I have prepared many students for competition, who could survive a real fight with a street fighter.  Not all students however, are able to do this.  This doesn’t mean that they shouldn’t train in martial arts.  By training, they increase there chances for survival in a self-defense situation.  They can also enjoy the martial arts as physical fitness, mind development and as the study of an ancient art. When  I mentioned point fighters earlier in this piece, I indicated that real fighting and point fighting are really two separate issues and that successful point fighters shouldn’t fool themselves into thinking that they are reality fighters.  This does not mean however that point fighters and other competitors are not true martial artists.  It takes a lot of discipline and self-denial to train for competition. Tournament training also takes facing your fears and becoming your own personal best.  These people have a place in the martial arts. 

I had a few students who came to me with the intention of becoming tournament point fighters.  Their names were Mark, Dave and Matt.  Because of the reputation I had built with my street fighter competitors, these guys were immediately matched up with opponents who were instructors!  I made a deal with one of their mothers and promised her that if she agreed to drive her son to the competitions, I would make him #1 in New England in his division within a year an a half.  It happened.  Within that period of time, he was #1 in New Englandand 4th in the nation in sparring and in kata.

As I mentioned earlier, I earned my reputation by training street fighters.  They fought not only in the streets, but I also sent them to tournaments so that I could prove myself in the martial arts community.  Many of them became popular competitors.  When they first started, they would get disqualified because they were accustomed to street fighting.  I decided that if we were going to continue going to tournaments, we would have to learn to play by the rules.  So I taught them how to play the game.  I trained them to score at least 12 points before their opponent scored 3.  Eventually, many of them started winning.  They did as best as they could, considering opponents went to tournaments every week and they were just competing on a part-time basis. 

It was a common practice to match my students with some of the toughest competitors.  Sometimes it was even hard for them to register in advance because they would purposely try to stack the deck against us.  I had tried point fighting myself and gave up on it because it was more of a game to me than a fighting art.  If you learned the little tricks of playing the game, you could win.  What I feared about engaging in point fighting, was that my fighting ability would suffer because I would develop bad habits.  Point fighting rules that require you to pull punches and make no contact with your opponent are directly opposed to the skills you need to learn to survive on the streets.  One guy who trained with me for point fighting tournaments earned the nickname “Flash” because his moves were so fast and fancy.  While he was one of the best point fighters, he had a problem when he tried to engage in hard fighting because of the habits he had developed.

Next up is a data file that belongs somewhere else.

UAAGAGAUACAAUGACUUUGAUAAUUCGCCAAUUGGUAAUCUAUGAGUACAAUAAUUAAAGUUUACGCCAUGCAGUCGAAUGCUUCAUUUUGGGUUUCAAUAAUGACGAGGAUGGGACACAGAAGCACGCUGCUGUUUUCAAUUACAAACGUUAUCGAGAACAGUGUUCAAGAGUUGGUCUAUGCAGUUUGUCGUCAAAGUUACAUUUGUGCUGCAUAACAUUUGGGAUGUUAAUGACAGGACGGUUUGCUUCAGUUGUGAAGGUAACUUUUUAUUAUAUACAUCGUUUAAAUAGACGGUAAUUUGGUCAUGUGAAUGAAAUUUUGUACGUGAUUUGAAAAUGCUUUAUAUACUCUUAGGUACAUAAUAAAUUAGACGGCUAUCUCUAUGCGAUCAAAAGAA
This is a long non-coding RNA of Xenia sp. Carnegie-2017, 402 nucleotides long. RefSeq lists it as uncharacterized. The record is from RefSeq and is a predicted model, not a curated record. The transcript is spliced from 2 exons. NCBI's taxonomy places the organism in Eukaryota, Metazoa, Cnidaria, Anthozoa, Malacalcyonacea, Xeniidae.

To be continued…

Calasanz Martial Arts and Fitness

507 Westport Ave.Norwalk,CT06851

Tournament Fighting or Training for the Streets? – Part Two: A Lifetime of Lessons – Calasanz Extended Biography

Continued from:“Tournament Fighting or Training for the Streets? – Part One: A Lifetime of Lessons – Calasanz Extended Biography”

Another way I proved my skill was to train police officers.  I took my first police officer student and taught him how to move like a black belt within one month.  He spread the word as well as encouraged me to put an ad in the phone book advertising a Street Survivor course for law enforcement officers. The program was very successful and to this day, we continue to draw police officers, body guards, and security professionals to this school.  These are people who put their lives on the line everyday.  The fact that they trust us to train them and that we get repeat business from them is the best recommendation we can get for the Calasanz System.

Anyone who runs a martial arts school for any considerable length of time has had to prove himself just because of the nature of the business.  People very often come to the school with the desire to fight you because they have to prove something.  One day, a crazy Thai Boxer came through the door.  He was about 22 years old and told me that he had many fights.  While he had great technique, he lacked shin conditioning.  He had a trial lesson and he threw a kick to kill me.  Luckily, I always trained to protect my head, so his kick didn’t connect.  I then took a deep breath and we touched gloves.  I took a Chinese boxing stance and he came to hit me even harder.  I closed the gap and threw a punch to his head that could have broken his neck, but I let the strike pass through so it wouldn’t connect.  He was as pale as a ghost.  That was the end of his trial lesson.  He came to the office and signed up for a month of private lessons.